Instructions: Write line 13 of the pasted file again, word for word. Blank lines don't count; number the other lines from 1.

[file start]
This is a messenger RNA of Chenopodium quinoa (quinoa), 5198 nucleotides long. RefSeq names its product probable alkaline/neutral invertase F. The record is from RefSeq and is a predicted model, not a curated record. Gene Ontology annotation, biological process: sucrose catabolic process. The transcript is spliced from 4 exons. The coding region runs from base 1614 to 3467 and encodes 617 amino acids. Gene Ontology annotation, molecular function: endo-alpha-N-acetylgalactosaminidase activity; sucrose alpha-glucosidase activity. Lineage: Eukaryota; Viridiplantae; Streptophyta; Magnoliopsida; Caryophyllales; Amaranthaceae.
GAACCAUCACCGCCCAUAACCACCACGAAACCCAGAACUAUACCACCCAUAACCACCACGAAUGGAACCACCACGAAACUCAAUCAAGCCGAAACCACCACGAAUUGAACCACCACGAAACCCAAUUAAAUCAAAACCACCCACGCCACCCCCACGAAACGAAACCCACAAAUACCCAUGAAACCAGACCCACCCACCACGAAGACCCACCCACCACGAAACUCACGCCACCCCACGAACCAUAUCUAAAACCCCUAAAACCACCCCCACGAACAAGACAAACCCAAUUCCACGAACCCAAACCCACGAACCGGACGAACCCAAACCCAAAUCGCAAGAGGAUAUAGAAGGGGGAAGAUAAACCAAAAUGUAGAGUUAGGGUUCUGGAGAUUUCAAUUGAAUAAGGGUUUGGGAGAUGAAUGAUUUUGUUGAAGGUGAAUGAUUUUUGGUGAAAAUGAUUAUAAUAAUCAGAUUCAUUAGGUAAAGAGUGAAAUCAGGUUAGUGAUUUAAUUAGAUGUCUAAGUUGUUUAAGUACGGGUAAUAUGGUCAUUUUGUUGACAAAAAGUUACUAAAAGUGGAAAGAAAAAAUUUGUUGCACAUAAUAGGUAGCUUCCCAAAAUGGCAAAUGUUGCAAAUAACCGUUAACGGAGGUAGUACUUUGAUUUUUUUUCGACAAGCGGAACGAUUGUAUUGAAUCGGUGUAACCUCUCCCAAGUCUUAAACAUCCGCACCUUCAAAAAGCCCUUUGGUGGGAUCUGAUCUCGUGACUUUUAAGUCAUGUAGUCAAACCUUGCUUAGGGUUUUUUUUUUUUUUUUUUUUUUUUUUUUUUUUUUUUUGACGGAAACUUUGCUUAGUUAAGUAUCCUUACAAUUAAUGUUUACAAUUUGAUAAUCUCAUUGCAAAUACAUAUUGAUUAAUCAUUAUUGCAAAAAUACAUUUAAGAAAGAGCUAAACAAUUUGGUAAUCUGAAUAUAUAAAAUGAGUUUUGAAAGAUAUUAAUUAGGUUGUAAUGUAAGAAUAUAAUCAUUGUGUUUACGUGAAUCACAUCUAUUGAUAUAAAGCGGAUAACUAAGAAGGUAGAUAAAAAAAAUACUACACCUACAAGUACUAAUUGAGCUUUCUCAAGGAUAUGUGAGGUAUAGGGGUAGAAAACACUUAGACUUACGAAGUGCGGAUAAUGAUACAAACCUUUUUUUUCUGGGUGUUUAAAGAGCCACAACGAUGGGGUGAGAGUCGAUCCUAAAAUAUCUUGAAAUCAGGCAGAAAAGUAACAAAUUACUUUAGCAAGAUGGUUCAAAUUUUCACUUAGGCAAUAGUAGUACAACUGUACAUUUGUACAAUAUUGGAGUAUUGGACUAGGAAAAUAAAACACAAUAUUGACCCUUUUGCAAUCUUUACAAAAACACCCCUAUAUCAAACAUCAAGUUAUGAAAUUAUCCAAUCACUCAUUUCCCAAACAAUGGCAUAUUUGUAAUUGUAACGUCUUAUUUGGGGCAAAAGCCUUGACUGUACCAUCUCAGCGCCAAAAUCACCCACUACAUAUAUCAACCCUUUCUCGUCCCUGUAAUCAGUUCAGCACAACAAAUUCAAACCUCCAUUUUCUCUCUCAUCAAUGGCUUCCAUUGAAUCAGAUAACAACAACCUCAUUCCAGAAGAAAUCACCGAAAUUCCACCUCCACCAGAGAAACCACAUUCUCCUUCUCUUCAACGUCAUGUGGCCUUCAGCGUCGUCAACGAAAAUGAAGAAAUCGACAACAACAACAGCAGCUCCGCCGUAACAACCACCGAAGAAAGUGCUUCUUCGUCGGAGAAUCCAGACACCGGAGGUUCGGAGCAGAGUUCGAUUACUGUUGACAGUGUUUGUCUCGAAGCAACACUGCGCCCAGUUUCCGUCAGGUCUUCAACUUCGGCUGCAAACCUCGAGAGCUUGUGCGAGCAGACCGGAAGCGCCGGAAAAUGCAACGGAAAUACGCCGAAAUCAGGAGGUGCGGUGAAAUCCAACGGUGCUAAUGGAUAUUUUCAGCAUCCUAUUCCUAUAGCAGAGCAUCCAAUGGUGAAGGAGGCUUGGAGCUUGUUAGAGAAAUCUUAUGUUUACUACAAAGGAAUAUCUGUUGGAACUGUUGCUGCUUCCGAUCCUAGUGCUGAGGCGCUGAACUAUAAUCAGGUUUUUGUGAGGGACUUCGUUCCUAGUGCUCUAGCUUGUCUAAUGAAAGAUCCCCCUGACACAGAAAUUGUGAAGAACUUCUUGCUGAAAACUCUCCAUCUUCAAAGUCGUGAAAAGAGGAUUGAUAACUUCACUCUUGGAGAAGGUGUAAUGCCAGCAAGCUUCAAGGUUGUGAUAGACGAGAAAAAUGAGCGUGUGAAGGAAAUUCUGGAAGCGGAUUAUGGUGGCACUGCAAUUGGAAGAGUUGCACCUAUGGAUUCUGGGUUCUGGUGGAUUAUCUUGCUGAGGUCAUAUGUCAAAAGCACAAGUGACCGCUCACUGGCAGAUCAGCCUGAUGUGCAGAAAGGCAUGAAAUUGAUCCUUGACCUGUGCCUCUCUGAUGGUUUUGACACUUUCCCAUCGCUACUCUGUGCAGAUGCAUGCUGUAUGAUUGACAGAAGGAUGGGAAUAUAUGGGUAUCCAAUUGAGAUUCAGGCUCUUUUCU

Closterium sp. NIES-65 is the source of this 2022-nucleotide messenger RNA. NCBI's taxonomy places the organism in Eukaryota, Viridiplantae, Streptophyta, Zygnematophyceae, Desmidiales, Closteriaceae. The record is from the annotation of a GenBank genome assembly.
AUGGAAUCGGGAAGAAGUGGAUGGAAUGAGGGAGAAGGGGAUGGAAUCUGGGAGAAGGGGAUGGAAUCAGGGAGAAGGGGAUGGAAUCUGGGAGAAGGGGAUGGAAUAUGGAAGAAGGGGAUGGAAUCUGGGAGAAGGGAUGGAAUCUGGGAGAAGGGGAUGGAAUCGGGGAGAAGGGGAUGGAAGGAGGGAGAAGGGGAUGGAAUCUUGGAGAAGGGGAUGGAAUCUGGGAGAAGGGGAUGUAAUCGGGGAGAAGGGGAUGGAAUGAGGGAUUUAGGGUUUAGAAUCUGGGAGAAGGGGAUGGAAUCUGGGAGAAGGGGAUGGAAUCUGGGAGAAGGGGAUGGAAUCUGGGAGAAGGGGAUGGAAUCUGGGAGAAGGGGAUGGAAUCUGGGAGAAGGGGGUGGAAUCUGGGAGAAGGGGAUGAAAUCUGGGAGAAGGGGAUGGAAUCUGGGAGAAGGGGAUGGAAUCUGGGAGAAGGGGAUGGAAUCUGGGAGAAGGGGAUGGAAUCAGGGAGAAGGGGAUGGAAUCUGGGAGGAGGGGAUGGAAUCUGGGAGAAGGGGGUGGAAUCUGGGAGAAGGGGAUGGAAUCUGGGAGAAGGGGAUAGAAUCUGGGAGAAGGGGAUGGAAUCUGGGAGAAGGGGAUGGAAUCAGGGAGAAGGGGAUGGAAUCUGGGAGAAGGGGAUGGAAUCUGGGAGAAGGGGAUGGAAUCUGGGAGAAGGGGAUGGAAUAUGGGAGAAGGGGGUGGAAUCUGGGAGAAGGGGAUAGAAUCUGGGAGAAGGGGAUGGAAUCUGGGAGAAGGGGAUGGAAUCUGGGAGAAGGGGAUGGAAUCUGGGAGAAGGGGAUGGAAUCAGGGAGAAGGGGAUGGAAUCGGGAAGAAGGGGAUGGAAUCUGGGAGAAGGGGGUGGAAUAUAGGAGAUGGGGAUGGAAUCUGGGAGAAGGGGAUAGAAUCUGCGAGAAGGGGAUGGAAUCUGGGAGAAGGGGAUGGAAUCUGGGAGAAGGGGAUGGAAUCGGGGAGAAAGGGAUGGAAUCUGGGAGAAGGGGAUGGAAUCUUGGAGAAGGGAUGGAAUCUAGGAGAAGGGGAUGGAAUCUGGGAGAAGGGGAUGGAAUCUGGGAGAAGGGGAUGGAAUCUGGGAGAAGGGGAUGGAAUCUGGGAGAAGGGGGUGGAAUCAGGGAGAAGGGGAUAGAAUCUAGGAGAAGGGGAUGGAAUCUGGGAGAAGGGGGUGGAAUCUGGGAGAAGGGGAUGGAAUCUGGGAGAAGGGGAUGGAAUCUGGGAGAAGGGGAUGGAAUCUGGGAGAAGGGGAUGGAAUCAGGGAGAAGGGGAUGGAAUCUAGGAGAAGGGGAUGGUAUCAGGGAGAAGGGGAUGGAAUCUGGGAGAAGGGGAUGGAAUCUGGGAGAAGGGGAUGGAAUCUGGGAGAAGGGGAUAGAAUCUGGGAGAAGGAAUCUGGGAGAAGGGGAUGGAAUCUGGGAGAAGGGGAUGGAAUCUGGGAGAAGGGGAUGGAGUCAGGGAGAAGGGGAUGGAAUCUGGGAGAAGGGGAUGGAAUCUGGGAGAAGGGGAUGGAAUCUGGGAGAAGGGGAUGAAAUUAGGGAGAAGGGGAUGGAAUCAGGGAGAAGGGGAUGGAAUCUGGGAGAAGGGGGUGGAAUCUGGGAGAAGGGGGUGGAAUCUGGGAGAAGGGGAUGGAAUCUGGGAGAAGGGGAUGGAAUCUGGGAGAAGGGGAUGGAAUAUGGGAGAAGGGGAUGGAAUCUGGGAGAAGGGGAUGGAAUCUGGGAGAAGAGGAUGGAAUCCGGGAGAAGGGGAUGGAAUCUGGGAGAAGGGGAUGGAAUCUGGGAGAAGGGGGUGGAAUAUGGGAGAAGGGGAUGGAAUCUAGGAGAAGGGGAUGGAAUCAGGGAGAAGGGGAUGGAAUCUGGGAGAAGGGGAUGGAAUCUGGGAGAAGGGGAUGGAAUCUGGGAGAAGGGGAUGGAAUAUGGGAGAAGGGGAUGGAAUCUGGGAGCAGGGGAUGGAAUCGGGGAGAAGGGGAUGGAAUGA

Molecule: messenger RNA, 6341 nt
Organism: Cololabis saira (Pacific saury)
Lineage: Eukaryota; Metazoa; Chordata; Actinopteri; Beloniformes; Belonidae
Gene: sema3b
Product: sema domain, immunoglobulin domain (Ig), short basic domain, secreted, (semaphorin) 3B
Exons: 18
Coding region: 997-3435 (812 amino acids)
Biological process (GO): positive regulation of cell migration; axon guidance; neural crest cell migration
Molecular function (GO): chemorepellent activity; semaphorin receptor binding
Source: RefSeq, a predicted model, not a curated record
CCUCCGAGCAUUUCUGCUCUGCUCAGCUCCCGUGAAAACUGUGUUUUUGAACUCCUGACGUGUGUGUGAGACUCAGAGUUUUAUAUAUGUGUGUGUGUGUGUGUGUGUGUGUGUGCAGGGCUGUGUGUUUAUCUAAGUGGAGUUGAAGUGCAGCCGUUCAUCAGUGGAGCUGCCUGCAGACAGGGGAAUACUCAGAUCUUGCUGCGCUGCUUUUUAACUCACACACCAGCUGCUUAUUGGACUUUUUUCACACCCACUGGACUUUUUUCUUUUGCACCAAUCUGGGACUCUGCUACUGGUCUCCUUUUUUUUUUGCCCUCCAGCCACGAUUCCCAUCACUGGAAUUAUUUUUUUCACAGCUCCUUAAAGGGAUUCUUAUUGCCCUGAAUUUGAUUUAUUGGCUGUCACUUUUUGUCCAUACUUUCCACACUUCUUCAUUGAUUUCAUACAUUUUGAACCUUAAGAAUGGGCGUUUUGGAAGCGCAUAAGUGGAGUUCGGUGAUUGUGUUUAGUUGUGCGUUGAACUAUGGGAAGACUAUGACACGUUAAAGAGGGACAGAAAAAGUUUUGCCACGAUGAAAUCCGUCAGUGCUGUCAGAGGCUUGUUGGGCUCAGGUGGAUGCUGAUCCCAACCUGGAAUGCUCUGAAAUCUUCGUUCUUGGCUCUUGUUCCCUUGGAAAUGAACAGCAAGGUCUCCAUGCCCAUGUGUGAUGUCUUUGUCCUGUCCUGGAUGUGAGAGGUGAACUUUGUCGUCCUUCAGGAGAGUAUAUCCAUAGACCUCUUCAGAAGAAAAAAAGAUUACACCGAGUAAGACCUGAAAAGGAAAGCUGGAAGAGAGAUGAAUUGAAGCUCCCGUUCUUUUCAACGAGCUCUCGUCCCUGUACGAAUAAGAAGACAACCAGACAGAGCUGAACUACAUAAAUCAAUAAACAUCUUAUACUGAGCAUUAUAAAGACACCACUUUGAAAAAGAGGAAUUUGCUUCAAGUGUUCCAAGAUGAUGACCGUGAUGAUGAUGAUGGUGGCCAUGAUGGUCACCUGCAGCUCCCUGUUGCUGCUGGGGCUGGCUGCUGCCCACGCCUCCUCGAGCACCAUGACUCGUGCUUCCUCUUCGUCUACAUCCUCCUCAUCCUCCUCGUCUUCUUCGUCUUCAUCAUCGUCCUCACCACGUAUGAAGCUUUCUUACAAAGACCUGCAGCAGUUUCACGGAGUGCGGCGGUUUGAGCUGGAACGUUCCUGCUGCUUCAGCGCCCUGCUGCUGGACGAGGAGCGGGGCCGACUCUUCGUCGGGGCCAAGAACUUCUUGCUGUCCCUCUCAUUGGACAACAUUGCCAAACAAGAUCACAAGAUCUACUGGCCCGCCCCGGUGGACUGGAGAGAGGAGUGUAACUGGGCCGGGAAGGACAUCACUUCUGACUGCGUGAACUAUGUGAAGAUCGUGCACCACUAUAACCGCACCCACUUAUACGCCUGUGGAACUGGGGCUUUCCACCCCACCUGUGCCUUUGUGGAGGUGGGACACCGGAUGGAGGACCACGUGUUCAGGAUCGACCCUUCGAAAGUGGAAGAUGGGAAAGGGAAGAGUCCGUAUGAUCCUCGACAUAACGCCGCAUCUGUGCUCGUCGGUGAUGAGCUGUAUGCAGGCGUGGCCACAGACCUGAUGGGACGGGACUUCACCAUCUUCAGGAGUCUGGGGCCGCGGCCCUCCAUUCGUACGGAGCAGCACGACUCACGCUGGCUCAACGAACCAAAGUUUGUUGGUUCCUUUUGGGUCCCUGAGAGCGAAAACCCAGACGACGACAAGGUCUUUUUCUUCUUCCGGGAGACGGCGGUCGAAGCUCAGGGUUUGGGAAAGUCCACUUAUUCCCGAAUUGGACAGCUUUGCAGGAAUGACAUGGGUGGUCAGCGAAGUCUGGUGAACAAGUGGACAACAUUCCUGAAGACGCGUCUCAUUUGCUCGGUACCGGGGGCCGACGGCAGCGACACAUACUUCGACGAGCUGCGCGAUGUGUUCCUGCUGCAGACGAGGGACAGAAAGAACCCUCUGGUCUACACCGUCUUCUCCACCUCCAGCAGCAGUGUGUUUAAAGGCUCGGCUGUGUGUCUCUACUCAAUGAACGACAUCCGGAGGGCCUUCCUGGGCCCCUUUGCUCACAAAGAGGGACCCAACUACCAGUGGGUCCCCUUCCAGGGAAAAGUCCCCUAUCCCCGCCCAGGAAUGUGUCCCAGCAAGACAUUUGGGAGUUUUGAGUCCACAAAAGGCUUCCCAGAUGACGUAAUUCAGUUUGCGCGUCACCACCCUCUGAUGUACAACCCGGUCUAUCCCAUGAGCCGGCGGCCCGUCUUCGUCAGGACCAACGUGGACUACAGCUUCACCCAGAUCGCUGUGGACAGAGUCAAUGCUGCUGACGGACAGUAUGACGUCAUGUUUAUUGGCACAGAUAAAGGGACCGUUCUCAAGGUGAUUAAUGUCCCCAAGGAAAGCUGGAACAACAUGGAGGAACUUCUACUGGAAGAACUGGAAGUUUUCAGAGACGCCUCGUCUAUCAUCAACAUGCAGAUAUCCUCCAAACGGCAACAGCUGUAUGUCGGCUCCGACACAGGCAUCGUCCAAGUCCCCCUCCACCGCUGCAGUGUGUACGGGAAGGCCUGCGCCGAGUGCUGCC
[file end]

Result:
Molecular function (GO): chemorepellent activity; semaphorin receptor binding